Kathleen Horan, Reporter, WNYC News
Kathleen Horan is a staff reporter for New York Public Radio, covering the neighborhood beat. She also reports 'Reset', an ongoing series documenting police-community relations in Bedford Stuyvesant, Brooklyn.
The Cyclone, the Wonder Wheel and Ruby's Bar: they’re are all back in business as Coney Island opens for another season.
One of the coming attractions this spring is four new rides in an area known as the The Scream Zone set to open on Wednesday.
Also new are two roller coasters — the Soarin Eagle and the Steeplechase — along with the Slingshot, which shoots riders straight up into the air, and Zenobio, which emulates a wind turbine by spinning riders around at 60 miles per hour.
This year, boardwalk leaseholder Central Amusement International has also taken over operations of the Cyclone.
Officials said they've $20,000 re-painting the Cyclone's cars and its signage, have installed nearly 1,000 new green LED lights, added a new wheelchair-accessible ramp and replaced much of the wooden coaster's track.
The operators are also getting into the food business. The Cyclone Café across from the ride of the same named opened Saturday, offering typical beach fare like hamburgers, fries, salads and pizza with gourmet toppings such as broccoli rabe, artichoke , prosciutto and arugula.
Next month, the operator plans to open a Luna Park gelato stand called Coney Cones, and said they are sending two employees to Italy to learn how to properly make the dessert.
Boardwalk mainstays known as the Coney Island 8 returned this season after successfully fighting their removal by CAI, which said they intended to remodel the boardwalk and find new tenants who could attract visitors year round. The businesses, including 76-year-old bar Ruby's, can stay until at least November.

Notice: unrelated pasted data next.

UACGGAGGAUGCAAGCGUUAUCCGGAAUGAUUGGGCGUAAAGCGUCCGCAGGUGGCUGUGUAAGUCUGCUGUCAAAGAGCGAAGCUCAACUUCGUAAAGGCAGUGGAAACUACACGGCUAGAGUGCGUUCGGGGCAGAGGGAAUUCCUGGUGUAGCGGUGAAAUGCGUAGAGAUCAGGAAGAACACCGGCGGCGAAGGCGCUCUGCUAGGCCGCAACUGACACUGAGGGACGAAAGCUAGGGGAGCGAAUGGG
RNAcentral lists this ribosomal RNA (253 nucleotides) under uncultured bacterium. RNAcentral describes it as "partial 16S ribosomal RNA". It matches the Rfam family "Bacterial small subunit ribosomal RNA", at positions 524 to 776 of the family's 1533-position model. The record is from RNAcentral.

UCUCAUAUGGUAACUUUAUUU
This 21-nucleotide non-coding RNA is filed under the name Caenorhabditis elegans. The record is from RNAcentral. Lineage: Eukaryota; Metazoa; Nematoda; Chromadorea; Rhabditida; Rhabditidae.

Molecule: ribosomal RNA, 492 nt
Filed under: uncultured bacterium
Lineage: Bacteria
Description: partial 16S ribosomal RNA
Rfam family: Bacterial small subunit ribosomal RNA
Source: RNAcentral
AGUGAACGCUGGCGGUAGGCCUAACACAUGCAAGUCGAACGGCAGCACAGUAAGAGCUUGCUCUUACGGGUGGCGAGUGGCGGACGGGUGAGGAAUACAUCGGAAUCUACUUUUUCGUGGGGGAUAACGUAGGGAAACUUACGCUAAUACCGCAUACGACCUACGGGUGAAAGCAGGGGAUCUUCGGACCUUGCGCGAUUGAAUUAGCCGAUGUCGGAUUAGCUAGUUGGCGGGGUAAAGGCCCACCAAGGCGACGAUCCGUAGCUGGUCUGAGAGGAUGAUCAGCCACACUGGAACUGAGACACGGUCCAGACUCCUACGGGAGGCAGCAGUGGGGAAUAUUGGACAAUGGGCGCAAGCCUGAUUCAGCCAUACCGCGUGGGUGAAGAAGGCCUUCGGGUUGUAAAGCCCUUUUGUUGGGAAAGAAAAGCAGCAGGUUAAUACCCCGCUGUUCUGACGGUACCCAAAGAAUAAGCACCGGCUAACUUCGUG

"It's sort of like having a family member that was given six months to live, and the six months have come and gone and we're still alive," said co-owner Michele Sarrel, "and that's how it feels here at Ruby's. There is time left."
Sarrel said they’ve been making a lot of improvements to the bar like painting, laying down a new floor and replacing the old Formica bar-top with a wooden one. He hopes that the leaseholder will see that old doesn't have to mean crumbling, and that Ruby's ultimately will receive a longer lease.
Fans of Coney Island are mixed about the friction between old vs. new.
Many say they'd like to see them to exist side by side, so New Yorkers can benefit from investments and new jobs while still enjoying the timelessness of the place. CAI hired 450 people to work in the amusement park and the Cyclone Café this season and spent millions opening Luna Park and the coming Scream Zone.
"I like old New York," said tour guide Mark Shulman. "I miss the parts that you cant see anymore on Manhattan and are rapidly vanishing from Brooklyn. So what's here in Coney island is a piece of history."